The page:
Tuesday, September 13, 2022

Vat. lat. 5704:

The Johannine Comma
missing in a sixth cent. Latin manuscript /

Το Ιωάννειο Κόμμα
απόν σε λατινικό χειρόγραφο του 6ου αιώνα


There is an old Latin manuscript in the Vatican Library dated to the sixth century A.D./C.E., which has a Commentary on "the Song of Solomon" (or "Canticles"), attributed to a man who was a companion of Jerome, and was the Bishop (or overseer) of Cyprus, Epiphanius of Salamis (circa. 310/320-403 A.D./C.E.).

The Commentary would have been written in Greek, but has been translated into Latin.

Vat. lat. 5704 (circa. 6th century A.D./C.E.) Folios 11v-12r.


Here on Folio 4v, we have the title heading (or Incipit): "Incipit Expositio Epiphanii Episcopi Cyprii In Canticis Canticorum".

Then on Folio 96v, at the end of the Commentary, we have the end heading (or Explicit) "Expliciunt Commenta Epipha[nius]".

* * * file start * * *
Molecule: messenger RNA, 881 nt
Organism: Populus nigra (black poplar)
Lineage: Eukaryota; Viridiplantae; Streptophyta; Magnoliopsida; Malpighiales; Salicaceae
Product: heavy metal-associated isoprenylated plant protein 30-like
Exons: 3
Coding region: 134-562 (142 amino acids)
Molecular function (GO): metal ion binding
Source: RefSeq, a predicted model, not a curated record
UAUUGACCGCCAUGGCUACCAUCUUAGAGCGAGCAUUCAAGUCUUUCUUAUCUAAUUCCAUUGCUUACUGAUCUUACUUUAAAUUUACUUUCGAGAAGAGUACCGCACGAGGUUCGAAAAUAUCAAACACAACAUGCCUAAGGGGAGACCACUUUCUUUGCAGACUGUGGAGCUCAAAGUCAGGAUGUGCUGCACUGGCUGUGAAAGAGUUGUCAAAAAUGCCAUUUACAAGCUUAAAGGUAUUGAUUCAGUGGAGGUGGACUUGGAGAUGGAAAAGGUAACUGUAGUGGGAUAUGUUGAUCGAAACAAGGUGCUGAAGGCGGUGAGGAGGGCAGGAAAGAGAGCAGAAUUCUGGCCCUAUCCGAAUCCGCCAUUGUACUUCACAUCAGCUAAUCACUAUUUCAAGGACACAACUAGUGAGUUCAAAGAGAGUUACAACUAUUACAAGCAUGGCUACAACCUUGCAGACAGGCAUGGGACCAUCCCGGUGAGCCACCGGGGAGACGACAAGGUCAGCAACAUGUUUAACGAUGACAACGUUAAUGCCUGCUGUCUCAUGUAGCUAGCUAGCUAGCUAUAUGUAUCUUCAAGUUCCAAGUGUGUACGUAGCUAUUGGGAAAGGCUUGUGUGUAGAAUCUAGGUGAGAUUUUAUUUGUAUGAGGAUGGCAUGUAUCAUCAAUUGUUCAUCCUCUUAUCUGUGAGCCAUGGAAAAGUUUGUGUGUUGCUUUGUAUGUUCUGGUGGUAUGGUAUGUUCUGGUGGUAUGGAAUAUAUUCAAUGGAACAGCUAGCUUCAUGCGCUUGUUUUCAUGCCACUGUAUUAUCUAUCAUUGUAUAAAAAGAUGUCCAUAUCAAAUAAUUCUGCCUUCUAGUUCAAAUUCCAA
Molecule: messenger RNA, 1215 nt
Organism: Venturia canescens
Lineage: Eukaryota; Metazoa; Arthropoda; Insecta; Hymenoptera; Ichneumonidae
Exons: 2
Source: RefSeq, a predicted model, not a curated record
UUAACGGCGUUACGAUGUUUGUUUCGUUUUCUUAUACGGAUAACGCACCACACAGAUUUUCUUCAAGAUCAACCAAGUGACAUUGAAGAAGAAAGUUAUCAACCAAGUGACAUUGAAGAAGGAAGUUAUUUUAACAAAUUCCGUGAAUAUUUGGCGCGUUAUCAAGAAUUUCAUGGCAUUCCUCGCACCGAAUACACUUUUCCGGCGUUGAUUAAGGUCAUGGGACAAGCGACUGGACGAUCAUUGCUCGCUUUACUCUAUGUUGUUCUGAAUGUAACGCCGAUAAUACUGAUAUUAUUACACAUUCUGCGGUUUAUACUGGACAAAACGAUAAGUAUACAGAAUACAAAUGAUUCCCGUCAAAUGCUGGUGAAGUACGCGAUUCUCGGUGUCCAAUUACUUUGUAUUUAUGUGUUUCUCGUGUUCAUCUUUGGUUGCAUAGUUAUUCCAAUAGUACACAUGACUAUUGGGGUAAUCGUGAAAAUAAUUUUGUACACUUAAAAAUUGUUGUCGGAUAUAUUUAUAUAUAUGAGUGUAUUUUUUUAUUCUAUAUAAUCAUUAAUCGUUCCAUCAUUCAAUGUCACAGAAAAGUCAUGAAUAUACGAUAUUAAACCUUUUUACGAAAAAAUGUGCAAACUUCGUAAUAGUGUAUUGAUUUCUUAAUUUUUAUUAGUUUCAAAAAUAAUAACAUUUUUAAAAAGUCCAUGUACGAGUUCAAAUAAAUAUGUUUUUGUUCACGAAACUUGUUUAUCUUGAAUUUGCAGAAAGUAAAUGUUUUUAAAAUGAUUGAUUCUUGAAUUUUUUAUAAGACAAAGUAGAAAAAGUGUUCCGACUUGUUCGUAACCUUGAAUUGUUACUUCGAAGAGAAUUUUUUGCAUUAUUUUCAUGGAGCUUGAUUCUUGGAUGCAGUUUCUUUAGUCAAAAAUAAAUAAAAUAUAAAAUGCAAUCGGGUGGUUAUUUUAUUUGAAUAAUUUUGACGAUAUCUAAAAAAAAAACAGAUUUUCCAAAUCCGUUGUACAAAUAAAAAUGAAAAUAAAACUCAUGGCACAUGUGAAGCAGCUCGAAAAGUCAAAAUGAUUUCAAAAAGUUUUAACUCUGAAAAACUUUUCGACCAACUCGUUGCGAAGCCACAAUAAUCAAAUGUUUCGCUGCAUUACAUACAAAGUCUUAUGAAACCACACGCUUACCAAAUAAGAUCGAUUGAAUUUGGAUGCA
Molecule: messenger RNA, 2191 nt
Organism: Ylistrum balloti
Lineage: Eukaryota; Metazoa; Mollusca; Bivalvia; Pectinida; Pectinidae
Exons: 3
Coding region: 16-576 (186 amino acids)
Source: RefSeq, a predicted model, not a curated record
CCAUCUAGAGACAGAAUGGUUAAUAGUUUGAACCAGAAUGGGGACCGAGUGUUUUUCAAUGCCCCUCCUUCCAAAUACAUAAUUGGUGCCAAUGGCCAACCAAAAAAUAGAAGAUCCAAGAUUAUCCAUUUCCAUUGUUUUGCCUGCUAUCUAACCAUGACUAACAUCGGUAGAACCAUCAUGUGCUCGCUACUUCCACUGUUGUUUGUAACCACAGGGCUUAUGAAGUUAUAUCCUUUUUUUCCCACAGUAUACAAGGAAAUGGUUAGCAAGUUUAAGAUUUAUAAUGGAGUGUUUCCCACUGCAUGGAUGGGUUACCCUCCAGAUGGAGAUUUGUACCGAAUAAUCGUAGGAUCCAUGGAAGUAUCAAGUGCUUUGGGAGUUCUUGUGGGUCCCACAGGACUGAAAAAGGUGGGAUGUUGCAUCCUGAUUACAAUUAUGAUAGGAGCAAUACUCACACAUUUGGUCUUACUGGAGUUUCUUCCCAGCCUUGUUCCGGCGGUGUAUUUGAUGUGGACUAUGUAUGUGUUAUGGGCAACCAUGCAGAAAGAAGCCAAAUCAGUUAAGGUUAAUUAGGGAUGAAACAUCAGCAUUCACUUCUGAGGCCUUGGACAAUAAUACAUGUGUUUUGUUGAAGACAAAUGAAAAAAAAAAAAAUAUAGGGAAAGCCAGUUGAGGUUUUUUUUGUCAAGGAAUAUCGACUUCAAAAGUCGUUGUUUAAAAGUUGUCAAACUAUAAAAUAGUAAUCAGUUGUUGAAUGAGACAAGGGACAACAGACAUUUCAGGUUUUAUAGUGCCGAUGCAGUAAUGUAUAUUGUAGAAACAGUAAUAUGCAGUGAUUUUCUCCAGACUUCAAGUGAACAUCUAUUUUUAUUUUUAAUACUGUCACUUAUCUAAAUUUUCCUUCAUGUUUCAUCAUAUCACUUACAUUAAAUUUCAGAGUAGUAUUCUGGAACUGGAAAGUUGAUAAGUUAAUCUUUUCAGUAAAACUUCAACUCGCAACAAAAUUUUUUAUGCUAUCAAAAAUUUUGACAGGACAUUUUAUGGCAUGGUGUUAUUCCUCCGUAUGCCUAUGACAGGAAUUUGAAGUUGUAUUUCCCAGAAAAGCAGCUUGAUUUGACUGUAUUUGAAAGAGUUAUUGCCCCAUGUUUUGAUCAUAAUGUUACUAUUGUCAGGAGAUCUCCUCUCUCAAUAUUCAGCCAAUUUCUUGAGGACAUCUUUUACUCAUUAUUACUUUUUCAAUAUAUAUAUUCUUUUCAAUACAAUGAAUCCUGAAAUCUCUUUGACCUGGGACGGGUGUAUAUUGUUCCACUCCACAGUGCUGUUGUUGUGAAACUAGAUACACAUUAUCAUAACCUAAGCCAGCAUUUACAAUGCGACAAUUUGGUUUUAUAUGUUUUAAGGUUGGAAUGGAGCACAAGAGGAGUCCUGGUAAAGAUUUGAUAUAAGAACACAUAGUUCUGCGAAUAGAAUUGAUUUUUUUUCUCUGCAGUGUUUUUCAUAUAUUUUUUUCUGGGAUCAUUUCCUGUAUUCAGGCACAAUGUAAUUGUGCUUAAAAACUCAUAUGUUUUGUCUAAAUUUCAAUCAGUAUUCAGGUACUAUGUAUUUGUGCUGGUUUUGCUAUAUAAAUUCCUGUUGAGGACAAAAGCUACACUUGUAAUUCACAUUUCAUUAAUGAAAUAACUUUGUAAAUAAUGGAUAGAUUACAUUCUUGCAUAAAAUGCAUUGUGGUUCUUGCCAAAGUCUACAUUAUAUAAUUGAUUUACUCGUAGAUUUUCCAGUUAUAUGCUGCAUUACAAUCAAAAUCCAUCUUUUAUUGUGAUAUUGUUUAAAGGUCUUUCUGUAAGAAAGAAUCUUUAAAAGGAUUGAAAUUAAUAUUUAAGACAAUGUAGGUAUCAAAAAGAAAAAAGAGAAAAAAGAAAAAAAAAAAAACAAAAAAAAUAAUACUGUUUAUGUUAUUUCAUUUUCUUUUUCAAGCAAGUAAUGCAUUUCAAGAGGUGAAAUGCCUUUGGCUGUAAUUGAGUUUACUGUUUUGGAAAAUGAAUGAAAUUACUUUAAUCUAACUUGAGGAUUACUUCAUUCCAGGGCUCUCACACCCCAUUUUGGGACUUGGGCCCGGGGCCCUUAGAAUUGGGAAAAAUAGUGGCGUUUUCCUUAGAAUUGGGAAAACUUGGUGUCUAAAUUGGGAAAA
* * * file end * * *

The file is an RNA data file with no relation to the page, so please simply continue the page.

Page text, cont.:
The Folio where the writer quotes 1 John 5:7-8 in Latin at the very bottom line of Folio 11v and into the top line of Folio 12r.

Here's the same images of the text of 1 John 5:7-8 highlighted in red.

There is no Comma (Parenthetical Text) in this quotation.

The Latin text of 1 John 5:7-8

Quia tres sunt, qui testificantur, aqua et sanguis et Spiritus, et quia tres unum sunt.”

The Latin text was published in print form by Pietro Francesco Foggini in 1750.

Here's his text.

Sanctus Constantiae archiepiscopus Epiphanius · 1750

S. Epiphanius in Canticum Canticorum

Publication date 1750

Pietro Francesco Foggini



The beginning of the Commentary is on Page 5.

The relevant part (and context) of the Commentary begins on Page 8 and goes through to Page 11.

Page 9

Page 10

Here's the Page 10 footnote to 1 John 5:7-8 enlarged.

Page 11

It is possible that this commentary could be by Epiphanius' contemporary Philo of Carpathia (circa. 4th century A.D./C.E.) but this Latin version doesn't line up with what remains of Philo's Greek version.

It's textual value lies, not so much in it's author (whoever that might have been) but in it's age, a sixth century A.D./C.E. Latin manuscript.

That's what matters IMO.

The Latin text of 1 John 5:7-8, Quia tres sunt, qui testificantur, aqua et sanguis et Spiritus, et quia tres unum sunt.”


*  Ρeproduced from: https://thefathersmonarchy.wordpress.com